USMLE Experience : 268 in Step1

USMLE Step 1 268

USMLE Step 1 268

Hi My Name is – Nimer Abushehab

Today I am going to share my USMLE Experience on step 1 study plan which I finished on December 2015 and scored 268.

Score: 268

Length of focused study: 4 months

I tried to start in Jan 2015, but was working as research fellow and barely managed to watch pathoma videos and add it to the book without memorizing, and quickly looked at BRS physiology, neuroanatomy, and Kaplan Biochemistry and genetics. Then I stopped for several months until I took a time off in August 2015 and started all over again. I did the test in December 2015. I was very tight in time because I had to start working at a new hospital. Otherwise I might have studied more.

Previous USMLE steps: Step 2CK – 262

Year of graduation: 2013

 

Main books read for each topic:

 

Pathology: Pathoma book and videos (I love it !!)

Physiology: BRS physiology

Biochemistry and genetics: Kaplan Biochemistry and genetics

Microbiology: First Aid (I looked at the Lippincott cards quickly after each topic but barely added some information about bacteria or viruses that are not in FA, I think it helped)

Neuroanatomy: High-yield + First Aid  Anatomy and embryology: First Aid only

Immunology: First Aid only

Pharmacology: First Aid only

Behavioral: First Aid + I only solved the questions in Ethics part of BRS Behavioral (I felt weak in ethics) without reading the book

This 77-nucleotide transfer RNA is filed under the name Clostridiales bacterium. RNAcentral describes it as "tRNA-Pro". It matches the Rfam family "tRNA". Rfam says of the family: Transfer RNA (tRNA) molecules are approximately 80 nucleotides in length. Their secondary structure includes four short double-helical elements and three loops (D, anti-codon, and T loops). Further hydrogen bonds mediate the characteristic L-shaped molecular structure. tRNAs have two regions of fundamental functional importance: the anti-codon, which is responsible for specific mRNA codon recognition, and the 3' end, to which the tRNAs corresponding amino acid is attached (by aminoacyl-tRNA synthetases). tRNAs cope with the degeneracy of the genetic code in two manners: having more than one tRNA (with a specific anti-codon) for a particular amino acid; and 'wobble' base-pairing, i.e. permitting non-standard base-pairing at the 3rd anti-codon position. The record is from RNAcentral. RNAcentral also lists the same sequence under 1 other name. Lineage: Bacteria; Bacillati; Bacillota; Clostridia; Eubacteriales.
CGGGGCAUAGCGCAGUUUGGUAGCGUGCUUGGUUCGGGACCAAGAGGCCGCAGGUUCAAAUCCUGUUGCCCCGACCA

Statistics: First Aid + Quickly looked at BRS Behavioral for anything I couldn’t understand and solved the questions

Psychiatry: First Aid only

Review books:

First Aid 2015: Where it says First Aid only up, I read the topic twice except psychiatry, behavioral, and statistics which I only read once few days before exam.

Otherwise:

Pathology: Barely looked once for few topics not all. Only memorized few extra things in the basic pathology chapter. o Physiology: Looked quickly after each topic in BRS Physiology, but barely found anything to add or memorize o Biochemistry and genetics: I read once after each topic in Kaplan. Memorized the extra parts that are not in Kaplan. But I read the tables about Glycogen Storage Diseases and Lysosomal Storage Diseases several time.

Question Banks:

USMLE Rx: Did around 600 questions. Used to do some topics after I read them from text books. I left notes on separate notebook. For people who don’t know it, it the official question bank for First Aid. Styles of questions are similar to USMLE World but not as important.

 

USMLE World: The most important source of questions. Did it all after finishing my reading. Used to do 80-100 questions a day because I was running out of time. Quickly read explanation and left notes on a separate notebook. I only did it once. Then quickly went through more than half the questions I did wrong. I never left a note of FA. If I totally forgot about the topic of the question I sometime would go back and read about it quickly.

My notes: